Featured image from Biblical Illustrations by Jim Padgett, courtesy of Sweet Publishing, Ft. Worth, TX, and Gospel Light, Ventura, CA. ©1984. Wikimedia Commons.
Now Nadab and Abihu, the sons of Aaron, each took his censer and put fire in it and laid incense on it and offered unauthorised fire before the LORD, which He had not commanded them. And fire came out from before the LORD and consumed them, and they died before the LORD. Then Moses said to Aaron, “This is what the LORD has said, ‘Among those who are near Me I will be sanctified, and before all the people I will be glorified.'” And Aaron held his peace.Leviticus 10:1-3
Someone reading this account might think, “Why would God do this? That’s unfair!” This is why context is necessary. They died because of God’s restriction in Exodus 30:9, “‘You shall not offer unauthorised incense on [the altar of incense], or a burnt offering, or a grain offering, and you shall not pour a drink offering on it.'” So, there was some sort of incense that the priests were not authorised to burn on the altar of incense, and they were also not authorised to burn a burnt offering, grain offering, or pour a drink offering on it.
Nadab and Abihu “laid incense on it” and thus “offered unauthorised fire before the LORD” (v. 1). This was no accident. As priests, they would’ve known what was and was not authorised to be burnt on the altar of incense. Therefore, their purposeful negligence is shown when they put some sort of unauthorised incense on it, and as a result, they were burnt to death.
Naturally, this likely made Aaron upset, because they were his sons, so God told Moses to tell him, “Among those who are near Me I will be sanctified, and before all the people I will be glorified” (v. 3). And Aaron was content with this explanation. God’s holiness is both a wonderful and terrifying thing for humans. It is wonderful in that He does holy things for our deliverance and salvation, and it is terrifying in that the mere presence of His holiness destroys sin and evil, which is what happened to Nadab and Abihu. Therefore, this is not a matter of fairness but a matter of what one can expect before the holy God when sin and wickedness stand in His presence.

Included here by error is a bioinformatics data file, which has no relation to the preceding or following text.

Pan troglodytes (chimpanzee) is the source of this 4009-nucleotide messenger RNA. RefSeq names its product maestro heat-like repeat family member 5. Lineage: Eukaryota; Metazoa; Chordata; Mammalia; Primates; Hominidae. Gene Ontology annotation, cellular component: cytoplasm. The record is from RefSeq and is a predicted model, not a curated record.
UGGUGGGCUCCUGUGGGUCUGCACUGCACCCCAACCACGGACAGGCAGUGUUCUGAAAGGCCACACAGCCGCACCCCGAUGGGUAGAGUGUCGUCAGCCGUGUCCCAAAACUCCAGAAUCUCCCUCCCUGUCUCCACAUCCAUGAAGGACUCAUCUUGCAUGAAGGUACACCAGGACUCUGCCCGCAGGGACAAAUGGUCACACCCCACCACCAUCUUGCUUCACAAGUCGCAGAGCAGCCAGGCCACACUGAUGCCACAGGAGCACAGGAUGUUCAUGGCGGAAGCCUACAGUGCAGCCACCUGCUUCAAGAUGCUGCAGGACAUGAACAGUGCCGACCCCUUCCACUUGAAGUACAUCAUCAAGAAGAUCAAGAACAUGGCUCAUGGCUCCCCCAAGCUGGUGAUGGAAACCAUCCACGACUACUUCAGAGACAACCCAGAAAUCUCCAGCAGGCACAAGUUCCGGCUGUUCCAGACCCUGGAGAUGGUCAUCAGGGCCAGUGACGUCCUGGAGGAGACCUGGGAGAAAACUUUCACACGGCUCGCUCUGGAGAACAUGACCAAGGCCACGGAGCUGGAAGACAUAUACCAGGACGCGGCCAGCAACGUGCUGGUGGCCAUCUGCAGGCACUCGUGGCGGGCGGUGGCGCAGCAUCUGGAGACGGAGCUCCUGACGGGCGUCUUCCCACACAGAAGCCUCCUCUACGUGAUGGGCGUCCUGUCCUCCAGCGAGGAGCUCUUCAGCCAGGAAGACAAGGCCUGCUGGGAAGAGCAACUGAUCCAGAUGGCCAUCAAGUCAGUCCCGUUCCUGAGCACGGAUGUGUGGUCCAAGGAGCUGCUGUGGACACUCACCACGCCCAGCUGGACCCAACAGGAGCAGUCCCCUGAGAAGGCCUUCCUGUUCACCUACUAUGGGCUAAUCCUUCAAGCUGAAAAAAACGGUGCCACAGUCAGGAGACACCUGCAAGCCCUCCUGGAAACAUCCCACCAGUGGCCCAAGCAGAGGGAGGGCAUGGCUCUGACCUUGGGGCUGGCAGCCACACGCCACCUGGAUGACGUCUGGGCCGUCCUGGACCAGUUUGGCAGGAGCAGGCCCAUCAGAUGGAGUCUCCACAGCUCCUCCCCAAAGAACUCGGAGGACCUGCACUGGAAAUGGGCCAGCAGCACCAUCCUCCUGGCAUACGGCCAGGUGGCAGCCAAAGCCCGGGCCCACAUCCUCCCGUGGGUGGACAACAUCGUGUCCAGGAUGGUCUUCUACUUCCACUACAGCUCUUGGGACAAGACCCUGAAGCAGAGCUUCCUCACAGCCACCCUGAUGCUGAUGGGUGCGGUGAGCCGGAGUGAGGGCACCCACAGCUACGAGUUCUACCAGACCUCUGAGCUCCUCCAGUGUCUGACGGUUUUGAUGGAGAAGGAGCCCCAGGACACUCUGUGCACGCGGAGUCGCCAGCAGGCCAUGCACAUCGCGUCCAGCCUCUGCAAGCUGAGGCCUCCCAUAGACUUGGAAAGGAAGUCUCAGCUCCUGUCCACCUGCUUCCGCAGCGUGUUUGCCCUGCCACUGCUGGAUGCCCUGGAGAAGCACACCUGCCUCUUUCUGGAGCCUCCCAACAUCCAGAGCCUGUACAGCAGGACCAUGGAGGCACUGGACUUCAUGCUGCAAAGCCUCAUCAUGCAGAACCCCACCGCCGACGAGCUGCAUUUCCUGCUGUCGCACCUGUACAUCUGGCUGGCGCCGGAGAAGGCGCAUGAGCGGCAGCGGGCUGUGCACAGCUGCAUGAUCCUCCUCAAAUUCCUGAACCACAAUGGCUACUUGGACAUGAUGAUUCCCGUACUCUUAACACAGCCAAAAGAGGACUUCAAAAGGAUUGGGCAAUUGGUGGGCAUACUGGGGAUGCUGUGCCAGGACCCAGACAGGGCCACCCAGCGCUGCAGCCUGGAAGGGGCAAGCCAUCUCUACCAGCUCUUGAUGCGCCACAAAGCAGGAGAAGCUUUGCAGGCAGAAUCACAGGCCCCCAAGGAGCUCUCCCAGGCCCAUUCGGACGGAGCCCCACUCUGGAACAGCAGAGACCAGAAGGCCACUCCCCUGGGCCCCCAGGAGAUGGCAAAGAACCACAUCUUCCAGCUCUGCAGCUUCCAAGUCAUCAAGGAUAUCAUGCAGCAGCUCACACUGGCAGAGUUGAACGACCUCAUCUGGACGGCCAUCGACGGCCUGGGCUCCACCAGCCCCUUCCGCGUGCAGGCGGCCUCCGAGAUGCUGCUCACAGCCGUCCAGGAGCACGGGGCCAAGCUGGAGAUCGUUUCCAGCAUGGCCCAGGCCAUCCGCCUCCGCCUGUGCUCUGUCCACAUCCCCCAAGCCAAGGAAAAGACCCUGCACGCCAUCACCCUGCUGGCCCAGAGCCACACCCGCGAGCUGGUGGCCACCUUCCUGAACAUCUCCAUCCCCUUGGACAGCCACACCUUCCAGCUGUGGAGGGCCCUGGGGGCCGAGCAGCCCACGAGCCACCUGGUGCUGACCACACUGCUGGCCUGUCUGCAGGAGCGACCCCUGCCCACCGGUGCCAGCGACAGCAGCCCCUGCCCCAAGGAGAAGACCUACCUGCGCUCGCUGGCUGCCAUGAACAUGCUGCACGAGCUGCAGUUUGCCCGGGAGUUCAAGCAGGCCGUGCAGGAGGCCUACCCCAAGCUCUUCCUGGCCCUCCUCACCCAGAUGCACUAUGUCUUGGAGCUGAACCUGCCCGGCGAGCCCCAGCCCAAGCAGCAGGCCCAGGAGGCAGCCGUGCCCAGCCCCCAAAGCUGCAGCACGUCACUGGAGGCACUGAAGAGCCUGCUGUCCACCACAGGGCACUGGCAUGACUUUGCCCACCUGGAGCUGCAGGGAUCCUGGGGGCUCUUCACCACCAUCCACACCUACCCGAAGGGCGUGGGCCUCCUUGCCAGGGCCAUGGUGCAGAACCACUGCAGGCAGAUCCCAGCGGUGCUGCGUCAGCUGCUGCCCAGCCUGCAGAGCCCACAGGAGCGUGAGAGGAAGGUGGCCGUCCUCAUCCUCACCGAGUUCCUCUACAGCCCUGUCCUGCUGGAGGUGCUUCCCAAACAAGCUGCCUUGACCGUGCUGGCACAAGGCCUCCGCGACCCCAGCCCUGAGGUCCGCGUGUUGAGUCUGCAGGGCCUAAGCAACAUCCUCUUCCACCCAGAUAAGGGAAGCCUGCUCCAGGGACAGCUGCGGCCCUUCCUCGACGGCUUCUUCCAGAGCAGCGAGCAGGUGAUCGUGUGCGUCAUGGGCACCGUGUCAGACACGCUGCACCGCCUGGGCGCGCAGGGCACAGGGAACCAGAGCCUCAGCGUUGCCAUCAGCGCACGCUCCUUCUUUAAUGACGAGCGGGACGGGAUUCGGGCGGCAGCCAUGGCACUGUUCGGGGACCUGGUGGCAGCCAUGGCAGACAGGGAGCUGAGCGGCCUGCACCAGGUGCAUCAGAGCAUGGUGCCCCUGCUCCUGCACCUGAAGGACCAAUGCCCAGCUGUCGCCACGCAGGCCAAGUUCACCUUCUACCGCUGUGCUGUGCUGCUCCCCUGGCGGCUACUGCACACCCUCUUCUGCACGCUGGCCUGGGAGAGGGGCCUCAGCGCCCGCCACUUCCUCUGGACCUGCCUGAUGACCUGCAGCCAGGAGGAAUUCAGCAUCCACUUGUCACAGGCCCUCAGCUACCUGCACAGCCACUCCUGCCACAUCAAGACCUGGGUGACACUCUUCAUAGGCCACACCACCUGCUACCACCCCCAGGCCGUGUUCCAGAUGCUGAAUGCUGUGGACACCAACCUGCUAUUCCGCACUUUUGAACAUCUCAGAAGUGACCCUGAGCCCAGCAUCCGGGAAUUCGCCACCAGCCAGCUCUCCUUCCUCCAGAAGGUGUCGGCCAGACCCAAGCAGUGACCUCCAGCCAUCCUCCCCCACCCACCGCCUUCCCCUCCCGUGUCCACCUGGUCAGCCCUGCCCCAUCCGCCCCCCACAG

The Old Testament sacrificial system prefigures the Sacraments, especially the Lord’s Supper, as we have seen in recent articles in this blog series. It is accounts like this one that leads me me to always be filled with the fear of God whenever I’m administering the Sacraments as a called and ordained pastor, not that I think the Lord’s fire is going to burst out from the altar and consume me when I make a mistake (for He would’ve done so already!), but that the elements I am handling are holy things. When I am administering the Lord’s Supper, I am handling the true body and blood of Christ! I would do well to handle these with the utmost reverence and fear of God. When I administer Baptism, I am not merely handling simple water but the Word of God in, with, and under the water. I would do well to administer Baptism faithfully.
After pastors have gained a lot of experience administering the Sacraments (which doesn’t take long), it’s easy to develop an ex opere operato mindset—just falling into autopilot mode and going through the motions. I know; I’ve been there. Pastors, you need to always remember to approach the holy things to which you were called to handle and provide with the utmost reverence, fear of God, and faithfulness. I say this not to stress you out but to remember what you truly have in your meagre human hands: the very body and blood of Christ in the Supper and the Word of God in Baptism, as well as the very Word of God from your mouth when you speak Absolution over the congregation and proclaim His Law and Gospel in the sermon. I’m also not saying you should be absolutely terrified each time you perform these duties, but I think some amount of the fear of God is appropriate as you do them, lest we grow lax and lazy, and the Lord judge us in some other way (cf. James 3:1).
Theology Terms Used
- ex opere operato: “from the work done,” that is, “the mere performance of the act.” The ancient teaching of the Catholic Church that just by the mere performance of a sacrament, God’s grace is delivered whether faith is present or not. (By this logic, even unbelievers can receive God’s grace and be forgiven even though they do not believe.) Lutherans, on the other hand, believe that faith needs to be present in order to receive God’s grace in the sacrament.
- Sacrament: from the Latin word sacro that means “hallow, holy” and from the Greek word μυστήριον (mustērion) that means “mystery.” What makes something a sacrament depends on the definition. As Lutherans, we define a sacrament as the following: (1) is commanded by Christ, (2) has a visible element, and (3) delivers God’s grace (forgiveness of sins). This is why we have three Sacraments: Absolution, the Lord’s Supper, and Baptism. All of these have Christ’s command (John 20:21-23; Matthew 26:26-28; Matthew 28:18-20 respectively), they have a visible element (Christ’s words through the pastor, the bread and wine, and water respectively), and they all deliver God’s grace for the forgiveness of sins (John 20:21-23; Matthew 26:26-28; Acts 2:38-39).